In this video, learn how to break down the silos and establish a culture of responsibility and ownership, and align your teams to support the flow of concept to cash.
- While I've been an engineer for many years, I've also put in more than half of my career as a manager. And I want to bring that perspective to this video, what to consider as a leader during the move to DevOps. Just renaming an existing team DevOps, or making a new team called DevOps, does nothing to achieve these goals. That's all you do, don't be surprised when nothing improves, you need real change. Change is always hard, and changing roles can be seen as threatening. Helping your team through the transition is key to your success. So first, let's talk about organizational issues. DevOps strongly advocates eliminating silos and thrives in an environment of autonomous teams, by putting the right people on a team, focusing them on the business problem at hand, and setting up self service tooling to allow them to develop, test, deploy and operate their own service, you maintain a very high pace, because the team isn't blocked by other teams from making progress, or tempted to abdicate responsibility for the end result, because it's in someone else's hands. It's basic queueing theory at work. When James and I started our first integrated DevOps team at National Instruments, our team was able to deliver three products to the market, in the time it took the other engineering teams on average, to deliver one product to market. Look at the concept of cash value stream of your product, how many teams does your concept have to go through to get to the cash? In many organizations, especially those with infrastructure teams, divided up by the technology they support instead of by business function, it could easily be a dozen. And this leads to the rise of what's called shadow IT or bimodal IT, groups deliberately bypassing the established processes and teams to get things done themselves. While this might not be the right response, you have to understand that this arises due to a significant unfulfilled need. Frequently, throwing the little development at the problem, and giving someone a self service button they can push instead of playing "Mother May I" forever, can drive a huge amount of efficiency. You don't have to reorganize your teams to implement DevOps, but you probably will end up doing it at some point. And some of this is because the kinds of jobs people do, change under DevOps. Some people see DevOps as a threat to their jobs, that's usually not true. Unless they're extremely attached to doing manual work for their job. There's plenty of need for good ops' engineers and good QA engineers and everyone. But there's a lot less need for people who spend their days manually configuring servers or manually testing. The time for that to be a paying job has largely come and gone. Devs have to take responsibility for a failing build or deployment after they've checked in their code, they have to be willing to go on call to support their applications in production. Operations and QA engineers have to change their approach to provide self service platforms and guidance, instead of doing work for other people. And changing the way you approach your work is hard. It was hard for me, I've been doing it worked for more than a decade when I started down the path to DevOps, and it's challenging. I had invested in ways of working and in tools I knew how to use, and the prospect of changing the basics of how I approached problems was daunting. You and the others around you need education, understanding and encouragement to make this change. Now let's shift to talking about process issues. These are interlinked with organizational issues, of course, in fact, there's a well understood concept called Conway's Law, that states that your systems will basically align themselves to your communication boundaries. Organizational boundaries are one type of communication boundaries, but process boundaries are another. In general, agile processes compliment a shift to DevOps. In fact, they're often necessarily linked, I was brought into one stop shop as a release manager to help them because they had moved to agile, and then they realized that they were still bottlenecked because they couldn't release quickly and safely. Only a combination of both approaches got them where they wanted to be. Chef actually has a great Operations Maturity Model, free for download, that lines up practices against the kind of MPPR targets you hope to obtain, and it becomes clear from observing the model. Trying to be very successful in one area, while not advancing in other areas, leaves you unable to hit those goals. The 2016 State of DevOps Report found that a Lean management approach correlated well with organizational performance. They also found that organizations that align on the generative organization culture as defined in Ron Westrum, typology of organizational cultures, was one of the top predictors of organizational and IT performance. I like to implement what I call Minimum Viable Process, and then have the team, have a big say in adapting our process as we go. You don't add process unless everyone thinks some more process is really the solution. And you keep an eye out for processes that you can remove. Processes are often like training wheels, they become vestigial as the organization matures, and some of them need to die and drop off. The assertion that a large shop needs heavy processes is a myth. You can do pure code reviews, instead of having a centralized change review board. You can avoid having decisions blocked, waiting on sign off from somebody at a level so high that they don't really understand the work that's being done and so on. The higher your process walls are, the more Conway's Law comes into play. The more trust and discretion that you can give to the people doing the work, the better results you'll get. Support them as they go through any role transitions, and coach them into using some of the same big picture thinking skills you'll use, while leading the transformation. In closing, the management best practices that I've seen go well with DevOps implementations are reorganizing into independent cross functional teams, understanding the fears people have that are barriers to change, and helping them through it. And using lean agile processes to keep your effort focused on value creation.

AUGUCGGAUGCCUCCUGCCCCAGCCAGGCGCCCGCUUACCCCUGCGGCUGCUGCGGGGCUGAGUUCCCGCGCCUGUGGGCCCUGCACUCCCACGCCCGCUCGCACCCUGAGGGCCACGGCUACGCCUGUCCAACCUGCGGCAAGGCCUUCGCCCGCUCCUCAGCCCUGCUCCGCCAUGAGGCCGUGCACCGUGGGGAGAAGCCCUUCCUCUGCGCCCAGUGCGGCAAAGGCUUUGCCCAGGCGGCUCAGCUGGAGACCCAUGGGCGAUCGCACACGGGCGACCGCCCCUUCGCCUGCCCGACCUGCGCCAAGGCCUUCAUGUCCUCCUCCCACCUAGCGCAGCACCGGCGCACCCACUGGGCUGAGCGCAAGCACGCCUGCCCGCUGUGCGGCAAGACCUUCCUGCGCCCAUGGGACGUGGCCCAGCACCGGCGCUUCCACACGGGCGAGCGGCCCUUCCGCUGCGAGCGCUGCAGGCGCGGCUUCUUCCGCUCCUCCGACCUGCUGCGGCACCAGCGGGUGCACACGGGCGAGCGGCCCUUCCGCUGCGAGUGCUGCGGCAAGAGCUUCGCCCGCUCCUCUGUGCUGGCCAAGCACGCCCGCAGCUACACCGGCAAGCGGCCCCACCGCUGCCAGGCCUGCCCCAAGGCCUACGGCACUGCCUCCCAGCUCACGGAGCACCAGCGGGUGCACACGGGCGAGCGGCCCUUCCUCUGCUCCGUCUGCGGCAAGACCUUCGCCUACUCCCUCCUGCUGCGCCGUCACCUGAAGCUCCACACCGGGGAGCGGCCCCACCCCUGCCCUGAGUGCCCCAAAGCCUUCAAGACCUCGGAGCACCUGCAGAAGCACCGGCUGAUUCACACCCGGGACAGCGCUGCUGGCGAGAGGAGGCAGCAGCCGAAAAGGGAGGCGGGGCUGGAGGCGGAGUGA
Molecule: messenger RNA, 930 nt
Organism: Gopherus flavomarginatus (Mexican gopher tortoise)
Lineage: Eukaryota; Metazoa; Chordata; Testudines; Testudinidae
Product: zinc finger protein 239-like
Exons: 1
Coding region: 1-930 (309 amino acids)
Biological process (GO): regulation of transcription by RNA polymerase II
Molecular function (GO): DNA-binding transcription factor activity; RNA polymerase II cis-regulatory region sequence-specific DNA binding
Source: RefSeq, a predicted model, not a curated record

In this course, well-known DevOps practitioners Ernest Mueller and James Wickett provide an overview of the DevOps movement, focusing on the core value of CAMS (culture, automation, measurement, and sharing). They cover the various methodologies and tools an organization can adopt to transition into DevOps, looking at both agile and lean project management principles and how old-school principles like ITIL, ITSM, and SDLC fit within DevOps.
The course concludes with a discussion of the three main tenants of DevOps—infrastructure automation, continuous delivery, and reliability engineering—as well as some additional resources and a brief look into what the future holds as organizations transition from the cloud to serverless architectures.
- What is DevOps?
- Understanding DevOps core values and principles
- Choosing DevOps tools
- Creating a positive DevOps culture
- Understanding agile and lean
- Building a continuous delivery pipeline
- Building reliable systems
- Looking into the future of DevOps